They both concurred on the importance of safeguarding the freedom, independence and diversity of civil society actors, including human rights defenders and journalists, and respecting freedom of association and peaceful assembly. The EU reiterated its opposition to capital punishment in all cases and without exception. India reiterated its stand on recognition of the right to development as a distinct, universal, inalienable and fundamental human right that is applicable to all people in all countries.
2. Jammu and Kashmir
2.1 Revocation of article 370
The region of Kashmir has been the subject of a dispute between India and Pakistan since British colonial rule ended in 1947. Although both countries have claimed Kashmir in full, they each only control part of it. An agreed ceasefire line, known as the ‘line of control’, has been in place since 1972. China also controls part of the region.
The Indian-controlled area is known as the state of Jammu and Kashmir. Discontent with India among people in Jammu and Kashmir was widespread by the late 1980s. Anti-India and Islamist militants carried out acts of violence against Indian politicians, including assassinations. Hindus living in the region were also targeted and many moved elsewhere. In response, the Indian state armed and trained local auxiliary forces to assist in counterinsurgency operations. These forces were accused of serious human rights violations.
The conflict had mostly died down by the mid-1990s, but violence has continued to take place, with tensions periodically flaring. In February 2019, in the deadliest attack in three decades, a suicide bomber associated with a militant separatist group killed 40 members of India’s central reserve police force. This led to India sending fighter jets across the line of control for the first time in five decades. Pakistan retaliated to this, but analysts believed both countries wanted to avoid an escalation.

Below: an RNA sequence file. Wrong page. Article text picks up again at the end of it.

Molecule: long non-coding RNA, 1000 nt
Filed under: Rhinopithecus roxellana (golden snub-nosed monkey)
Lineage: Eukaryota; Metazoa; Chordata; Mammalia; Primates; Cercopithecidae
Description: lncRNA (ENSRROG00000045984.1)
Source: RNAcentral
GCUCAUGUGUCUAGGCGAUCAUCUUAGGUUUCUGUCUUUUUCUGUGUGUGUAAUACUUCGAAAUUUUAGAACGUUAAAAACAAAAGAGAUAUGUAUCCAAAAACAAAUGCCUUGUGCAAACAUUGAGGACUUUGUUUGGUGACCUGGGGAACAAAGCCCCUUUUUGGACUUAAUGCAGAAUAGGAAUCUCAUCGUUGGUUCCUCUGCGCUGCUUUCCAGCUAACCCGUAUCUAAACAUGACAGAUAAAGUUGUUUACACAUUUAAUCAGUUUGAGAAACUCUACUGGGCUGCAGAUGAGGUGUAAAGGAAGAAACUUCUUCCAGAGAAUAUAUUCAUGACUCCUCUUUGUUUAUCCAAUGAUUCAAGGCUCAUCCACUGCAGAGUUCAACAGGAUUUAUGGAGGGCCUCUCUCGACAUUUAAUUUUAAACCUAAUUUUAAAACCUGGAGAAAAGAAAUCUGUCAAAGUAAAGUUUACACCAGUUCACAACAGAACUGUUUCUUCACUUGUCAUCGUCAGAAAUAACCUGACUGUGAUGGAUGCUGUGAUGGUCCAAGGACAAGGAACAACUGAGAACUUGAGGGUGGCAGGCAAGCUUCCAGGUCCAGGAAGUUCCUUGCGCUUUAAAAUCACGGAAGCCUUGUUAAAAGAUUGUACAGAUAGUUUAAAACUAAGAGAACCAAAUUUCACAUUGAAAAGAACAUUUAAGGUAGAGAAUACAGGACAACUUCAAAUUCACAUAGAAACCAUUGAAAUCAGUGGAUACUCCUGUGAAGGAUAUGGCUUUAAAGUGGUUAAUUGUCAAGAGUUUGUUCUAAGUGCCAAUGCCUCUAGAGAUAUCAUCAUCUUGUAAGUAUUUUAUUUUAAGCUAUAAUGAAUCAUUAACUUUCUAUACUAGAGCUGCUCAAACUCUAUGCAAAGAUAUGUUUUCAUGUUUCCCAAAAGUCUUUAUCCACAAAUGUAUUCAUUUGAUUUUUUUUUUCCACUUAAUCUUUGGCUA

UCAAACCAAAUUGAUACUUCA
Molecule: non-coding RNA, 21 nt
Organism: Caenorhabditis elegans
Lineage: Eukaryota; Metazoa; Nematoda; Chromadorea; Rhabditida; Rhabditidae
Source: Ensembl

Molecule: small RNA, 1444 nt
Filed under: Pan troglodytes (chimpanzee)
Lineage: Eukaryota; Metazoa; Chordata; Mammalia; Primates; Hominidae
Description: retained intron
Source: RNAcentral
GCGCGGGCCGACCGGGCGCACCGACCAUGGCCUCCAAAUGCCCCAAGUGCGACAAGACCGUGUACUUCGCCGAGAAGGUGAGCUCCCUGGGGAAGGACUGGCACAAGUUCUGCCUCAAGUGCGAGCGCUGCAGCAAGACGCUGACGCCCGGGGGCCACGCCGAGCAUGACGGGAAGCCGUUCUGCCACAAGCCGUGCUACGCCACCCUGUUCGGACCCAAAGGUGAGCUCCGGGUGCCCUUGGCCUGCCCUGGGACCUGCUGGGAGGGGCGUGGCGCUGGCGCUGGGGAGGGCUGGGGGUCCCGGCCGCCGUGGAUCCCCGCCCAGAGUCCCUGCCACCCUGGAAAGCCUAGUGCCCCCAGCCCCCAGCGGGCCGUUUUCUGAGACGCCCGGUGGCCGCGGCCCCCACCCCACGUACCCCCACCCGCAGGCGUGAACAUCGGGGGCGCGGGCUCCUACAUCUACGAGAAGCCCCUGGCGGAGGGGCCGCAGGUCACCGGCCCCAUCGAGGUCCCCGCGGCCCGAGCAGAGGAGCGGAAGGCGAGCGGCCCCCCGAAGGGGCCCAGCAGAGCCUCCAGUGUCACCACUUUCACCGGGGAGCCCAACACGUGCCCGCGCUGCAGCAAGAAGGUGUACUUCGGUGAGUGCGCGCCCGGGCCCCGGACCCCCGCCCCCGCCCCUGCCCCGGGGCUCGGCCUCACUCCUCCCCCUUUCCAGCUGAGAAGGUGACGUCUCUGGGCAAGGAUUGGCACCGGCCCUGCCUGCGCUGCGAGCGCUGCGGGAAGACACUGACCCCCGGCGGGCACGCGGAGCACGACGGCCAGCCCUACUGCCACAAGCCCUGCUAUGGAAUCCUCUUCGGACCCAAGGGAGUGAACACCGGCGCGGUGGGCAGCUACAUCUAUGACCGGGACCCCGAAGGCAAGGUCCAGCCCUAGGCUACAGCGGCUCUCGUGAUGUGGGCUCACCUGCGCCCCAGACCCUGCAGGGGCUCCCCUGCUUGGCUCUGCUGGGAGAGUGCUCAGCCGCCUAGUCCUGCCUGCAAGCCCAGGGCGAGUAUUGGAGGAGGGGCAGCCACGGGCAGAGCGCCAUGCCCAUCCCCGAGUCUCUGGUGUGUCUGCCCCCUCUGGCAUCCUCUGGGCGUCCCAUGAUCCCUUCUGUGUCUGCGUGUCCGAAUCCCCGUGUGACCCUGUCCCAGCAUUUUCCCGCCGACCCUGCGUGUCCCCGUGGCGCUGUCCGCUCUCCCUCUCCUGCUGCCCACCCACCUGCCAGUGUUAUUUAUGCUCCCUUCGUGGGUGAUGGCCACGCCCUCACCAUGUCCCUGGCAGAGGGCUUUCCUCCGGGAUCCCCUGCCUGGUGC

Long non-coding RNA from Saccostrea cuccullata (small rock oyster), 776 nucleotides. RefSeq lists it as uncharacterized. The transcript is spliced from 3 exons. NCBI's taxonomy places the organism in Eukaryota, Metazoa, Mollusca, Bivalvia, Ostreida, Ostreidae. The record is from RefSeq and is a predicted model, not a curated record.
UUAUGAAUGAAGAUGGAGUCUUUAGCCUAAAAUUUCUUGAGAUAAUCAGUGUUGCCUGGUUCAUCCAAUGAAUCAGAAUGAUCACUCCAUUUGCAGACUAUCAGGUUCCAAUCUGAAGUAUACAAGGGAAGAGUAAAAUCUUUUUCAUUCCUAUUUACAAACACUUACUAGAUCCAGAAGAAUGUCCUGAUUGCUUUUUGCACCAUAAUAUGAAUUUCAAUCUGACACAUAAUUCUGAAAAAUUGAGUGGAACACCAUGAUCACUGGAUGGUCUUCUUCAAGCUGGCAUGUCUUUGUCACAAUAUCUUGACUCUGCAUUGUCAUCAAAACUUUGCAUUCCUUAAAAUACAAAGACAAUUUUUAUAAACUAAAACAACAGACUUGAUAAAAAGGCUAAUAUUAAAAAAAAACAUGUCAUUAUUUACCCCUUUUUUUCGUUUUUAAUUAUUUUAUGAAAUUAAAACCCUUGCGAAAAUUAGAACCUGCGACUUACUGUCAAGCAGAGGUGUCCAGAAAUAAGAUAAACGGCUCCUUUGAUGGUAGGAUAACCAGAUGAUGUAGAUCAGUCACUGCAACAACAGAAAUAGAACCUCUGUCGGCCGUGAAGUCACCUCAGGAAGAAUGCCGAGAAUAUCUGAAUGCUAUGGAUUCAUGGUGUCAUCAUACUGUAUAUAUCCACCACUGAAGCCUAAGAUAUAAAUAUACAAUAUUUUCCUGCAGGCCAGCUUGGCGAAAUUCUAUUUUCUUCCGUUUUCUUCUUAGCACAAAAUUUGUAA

Jammu and Kashmir had been partially autonomous, with its own constitution, flag, and freedom to make its own laws. However, in August 2019, Prime Minister Modi revoked article 370 of the Indian constitution. This removed the constitutional autonomy of the state, a predominantly Muslim region, and nullified its constitution, penal code and flag. It also split the state into two federal territories and made it subject to the same central laws as other Indian territories.
Prior to the removal of article 370, the state was placed “under lockdown”, with mobile phone networks, landlines and the internet shut down and regional political leaders placed under house arrest. It was also reported that additional Indian troops were deployed to the region, that schools and colleges were shut, and tourists were told to leave. Following the revocation of article 370, there was unrest in Jammu and Kashmir, as well as protests in other parts of India, including the capital, Delhi.
Revoking article 370 had been part of the Indian government’s 2019 election manifesto. It had argued that it was needed to integrate Kashmir and would help bring development to the region. It had also argued that the changes would end militancy in the area.
However, the decision has been controversial. Critics have argued that the Indian government wanted to change the demographics in the Muslim-majority region by enabling non-Kashmiris to buy land there.